By Alison Ravetz
Born of idealism, and as soon as an icon of the Labour circulate and pillar of the Welfare country, council housing is now nearing its finish. yet do its many failings outweigh its optimistic contributions to public future health and wellbeing?Alison Ravetz the following offers the 1st finished and apolitical heritage from which to reach at a balanced judgement. Drawing at the widest attainable proof, from tenant and govt documents to the equipped setting itself, she tells the tale of British council housing, from its seeds in Victorian reactions to 'the Poor', in philanthropy and version villages, Christian and different sorts of socialism. Her depiction of council housing in its mature years indicates the customarily weird and wonderful endurance of 'utopian' attitudes (whether in architectural layout or administration styles); its upward push to a monopoly place in working-class family members housing; the numerous compromises consequent on its country finance and native authority regulate; and the impression on working-class lives as an intellectuals' 'utopian dream' used to be switched over right into a social coverage for the loads.
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Additional info for Council Housing and Culture (Planning, History, and the Environment Series)
Woodlands model mining village near Doncaster was designed in 1907 by the winner (Percy Houfton) of the Letchworth housing competition, to be mentioned again later. Sir James Reckitt, producer of ‘Reckitts Blue’ for whitening laundry and other indispensable household items, founded his Garden Village in Hull the following year. Between the wars, among others, the Bata shoe company built its East Tilbury estate, Bowaters’ built Kemsley in Kent, Wedgewood Barlaston Hall, and the Crittall metal windows company the ‘village’ of Silver End in Essex.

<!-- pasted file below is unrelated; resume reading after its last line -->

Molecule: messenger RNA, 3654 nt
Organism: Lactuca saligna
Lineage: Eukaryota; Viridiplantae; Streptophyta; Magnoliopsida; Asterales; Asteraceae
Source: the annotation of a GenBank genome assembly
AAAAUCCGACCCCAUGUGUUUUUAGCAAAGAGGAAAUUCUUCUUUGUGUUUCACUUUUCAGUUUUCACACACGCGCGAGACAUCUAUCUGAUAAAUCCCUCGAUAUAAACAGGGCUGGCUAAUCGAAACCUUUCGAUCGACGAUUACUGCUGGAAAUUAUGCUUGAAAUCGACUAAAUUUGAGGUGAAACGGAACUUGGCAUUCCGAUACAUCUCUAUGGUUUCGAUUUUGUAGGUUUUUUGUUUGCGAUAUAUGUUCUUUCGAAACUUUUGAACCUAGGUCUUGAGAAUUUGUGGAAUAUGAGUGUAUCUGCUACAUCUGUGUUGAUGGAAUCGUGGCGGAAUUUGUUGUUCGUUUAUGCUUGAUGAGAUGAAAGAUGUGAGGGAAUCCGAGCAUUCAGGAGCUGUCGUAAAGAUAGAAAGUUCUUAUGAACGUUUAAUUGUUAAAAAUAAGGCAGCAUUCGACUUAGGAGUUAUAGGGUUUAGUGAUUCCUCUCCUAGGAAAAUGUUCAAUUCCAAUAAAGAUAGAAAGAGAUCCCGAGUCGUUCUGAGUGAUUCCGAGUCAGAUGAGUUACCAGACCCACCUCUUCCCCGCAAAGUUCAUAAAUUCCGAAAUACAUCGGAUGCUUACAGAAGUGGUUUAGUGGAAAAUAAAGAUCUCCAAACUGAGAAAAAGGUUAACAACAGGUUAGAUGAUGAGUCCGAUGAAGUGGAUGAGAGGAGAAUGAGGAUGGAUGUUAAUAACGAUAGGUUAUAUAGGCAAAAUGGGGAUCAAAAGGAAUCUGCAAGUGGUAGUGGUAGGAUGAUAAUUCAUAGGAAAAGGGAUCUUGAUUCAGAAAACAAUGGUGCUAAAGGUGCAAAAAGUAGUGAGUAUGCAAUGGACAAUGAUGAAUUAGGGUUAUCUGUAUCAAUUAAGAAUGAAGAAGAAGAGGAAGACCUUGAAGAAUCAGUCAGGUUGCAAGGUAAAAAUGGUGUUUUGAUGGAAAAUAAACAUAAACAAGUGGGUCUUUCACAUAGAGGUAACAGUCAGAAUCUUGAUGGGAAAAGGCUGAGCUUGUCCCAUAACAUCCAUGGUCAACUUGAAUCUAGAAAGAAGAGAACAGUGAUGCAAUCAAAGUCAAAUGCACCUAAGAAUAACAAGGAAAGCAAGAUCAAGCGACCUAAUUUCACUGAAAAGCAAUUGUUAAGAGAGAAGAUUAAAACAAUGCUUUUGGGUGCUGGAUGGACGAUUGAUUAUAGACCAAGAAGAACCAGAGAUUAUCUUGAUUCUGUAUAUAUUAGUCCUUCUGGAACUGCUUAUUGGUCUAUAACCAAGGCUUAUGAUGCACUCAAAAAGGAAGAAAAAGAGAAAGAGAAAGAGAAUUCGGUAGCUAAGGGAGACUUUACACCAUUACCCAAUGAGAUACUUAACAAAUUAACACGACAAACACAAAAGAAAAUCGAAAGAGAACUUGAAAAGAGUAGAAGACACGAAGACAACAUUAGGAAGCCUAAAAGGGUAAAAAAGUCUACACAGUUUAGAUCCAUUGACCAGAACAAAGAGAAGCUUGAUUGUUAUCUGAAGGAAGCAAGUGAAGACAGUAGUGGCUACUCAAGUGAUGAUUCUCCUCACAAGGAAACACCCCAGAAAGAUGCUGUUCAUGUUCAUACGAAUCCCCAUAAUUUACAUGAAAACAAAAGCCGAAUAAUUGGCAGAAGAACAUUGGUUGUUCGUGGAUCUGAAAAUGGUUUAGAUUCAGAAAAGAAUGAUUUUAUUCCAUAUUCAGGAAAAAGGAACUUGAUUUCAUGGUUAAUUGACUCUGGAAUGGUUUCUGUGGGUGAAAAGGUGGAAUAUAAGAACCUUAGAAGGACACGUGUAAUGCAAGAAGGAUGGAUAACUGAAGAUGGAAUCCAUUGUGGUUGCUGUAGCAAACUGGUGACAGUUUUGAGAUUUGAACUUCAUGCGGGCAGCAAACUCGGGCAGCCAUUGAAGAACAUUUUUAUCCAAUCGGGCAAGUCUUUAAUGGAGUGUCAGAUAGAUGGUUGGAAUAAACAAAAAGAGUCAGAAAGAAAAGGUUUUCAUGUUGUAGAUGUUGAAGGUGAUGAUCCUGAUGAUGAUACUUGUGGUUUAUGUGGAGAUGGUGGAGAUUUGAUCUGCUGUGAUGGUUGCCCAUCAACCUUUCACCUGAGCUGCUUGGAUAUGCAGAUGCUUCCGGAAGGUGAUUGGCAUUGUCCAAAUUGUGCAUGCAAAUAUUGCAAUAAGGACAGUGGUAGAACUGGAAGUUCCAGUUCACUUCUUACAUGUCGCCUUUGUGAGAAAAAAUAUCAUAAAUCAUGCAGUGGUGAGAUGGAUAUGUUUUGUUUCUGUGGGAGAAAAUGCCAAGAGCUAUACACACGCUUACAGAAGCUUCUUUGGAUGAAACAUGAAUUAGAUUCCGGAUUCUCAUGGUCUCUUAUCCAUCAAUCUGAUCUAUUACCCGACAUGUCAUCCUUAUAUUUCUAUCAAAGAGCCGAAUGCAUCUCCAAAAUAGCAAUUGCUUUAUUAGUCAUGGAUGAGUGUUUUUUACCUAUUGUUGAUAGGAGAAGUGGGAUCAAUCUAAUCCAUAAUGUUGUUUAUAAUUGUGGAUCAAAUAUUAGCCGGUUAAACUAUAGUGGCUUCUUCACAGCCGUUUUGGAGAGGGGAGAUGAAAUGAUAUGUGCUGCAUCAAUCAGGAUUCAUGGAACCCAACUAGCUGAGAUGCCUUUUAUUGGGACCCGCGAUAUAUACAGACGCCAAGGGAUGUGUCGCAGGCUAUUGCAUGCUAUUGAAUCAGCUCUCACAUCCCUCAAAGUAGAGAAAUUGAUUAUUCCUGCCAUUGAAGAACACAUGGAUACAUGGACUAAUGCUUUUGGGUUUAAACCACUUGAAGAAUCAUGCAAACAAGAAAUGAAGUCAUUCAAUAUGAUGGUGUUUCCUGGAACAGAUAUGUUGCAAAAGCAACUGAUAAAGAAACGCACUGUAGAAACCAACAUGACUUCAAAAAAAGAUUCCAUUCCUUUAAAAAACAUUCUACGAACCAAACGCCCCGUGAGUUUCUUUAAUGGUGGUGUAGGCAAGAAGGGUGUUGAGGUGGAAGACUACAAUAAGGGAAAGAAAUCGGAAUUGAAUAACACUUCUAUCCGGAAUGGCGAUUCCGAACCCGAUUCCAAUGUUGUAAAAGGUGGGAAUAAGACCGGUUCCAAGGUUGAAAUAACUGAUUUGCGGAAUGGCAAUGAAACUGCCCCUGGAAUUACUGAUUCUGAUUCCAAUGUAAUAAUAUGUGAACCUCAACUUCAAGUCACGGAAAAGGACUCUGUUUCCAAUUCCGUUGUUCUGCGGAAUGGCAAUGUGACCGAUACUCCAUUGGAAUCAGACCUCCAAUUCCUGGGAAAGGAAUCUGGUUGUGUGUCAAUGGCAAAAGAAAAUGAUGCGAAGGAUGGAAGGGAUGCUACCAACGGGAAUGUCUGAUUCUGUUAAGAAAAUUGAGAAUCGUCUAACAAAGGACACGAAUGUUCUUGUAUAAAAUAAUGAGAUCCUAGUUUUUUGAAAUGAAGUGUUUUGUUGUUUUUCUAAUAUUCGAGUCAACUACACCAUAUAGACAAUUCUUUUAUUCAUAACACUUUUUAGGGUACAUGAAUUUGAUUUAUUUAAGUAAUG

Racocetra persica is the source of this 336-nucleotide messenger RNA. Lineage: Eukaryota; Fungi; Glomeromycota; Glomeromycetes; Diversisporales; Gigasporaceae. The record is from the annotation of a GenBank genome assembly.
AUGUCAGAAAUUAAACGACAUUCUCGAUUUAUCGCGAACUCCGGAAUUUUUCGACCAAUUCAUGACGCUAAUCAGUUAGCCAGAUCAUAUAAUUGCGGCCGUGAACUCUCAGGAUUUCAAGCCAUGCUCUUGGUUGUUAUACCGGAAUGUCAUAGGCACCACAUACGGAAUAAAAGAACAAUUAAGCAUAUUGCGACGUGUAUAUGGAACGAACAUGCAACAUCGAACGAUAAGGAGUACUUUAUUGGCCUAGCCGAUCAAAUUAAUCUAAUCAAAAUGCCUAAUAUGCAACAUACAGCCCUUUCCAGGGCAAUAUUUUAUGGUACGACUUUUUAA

31 As well as being much more comprehensive, the model villages were expressions of their founders’ social and political ideals. They were not necessarily exclusive to their own employees, and many things besides homes were provided, for they set out to be microcosms of what in their founders’ view was an ideal society. By convention, the series of model villages is taken to begin with New Lanark, built around a cotton spinning mill about 1785 by 34 Council Housing and Culture the father-in-law of Robert Owen.
An attempt at really low rent accommodation was unsuccessful but tenancies were allocated on a proportionate basis to certain categories: sons and daughters of existing tenants to provide continuity; teachers, doctors and other professionals of obvious value to the community; and people in genuine housing need. Some of Octavia Hill’s trainees were used as housing managers. All three villages made a significant impact on housing policy and also town planning, and the hope of all their founders that they would set a trend was largely realized.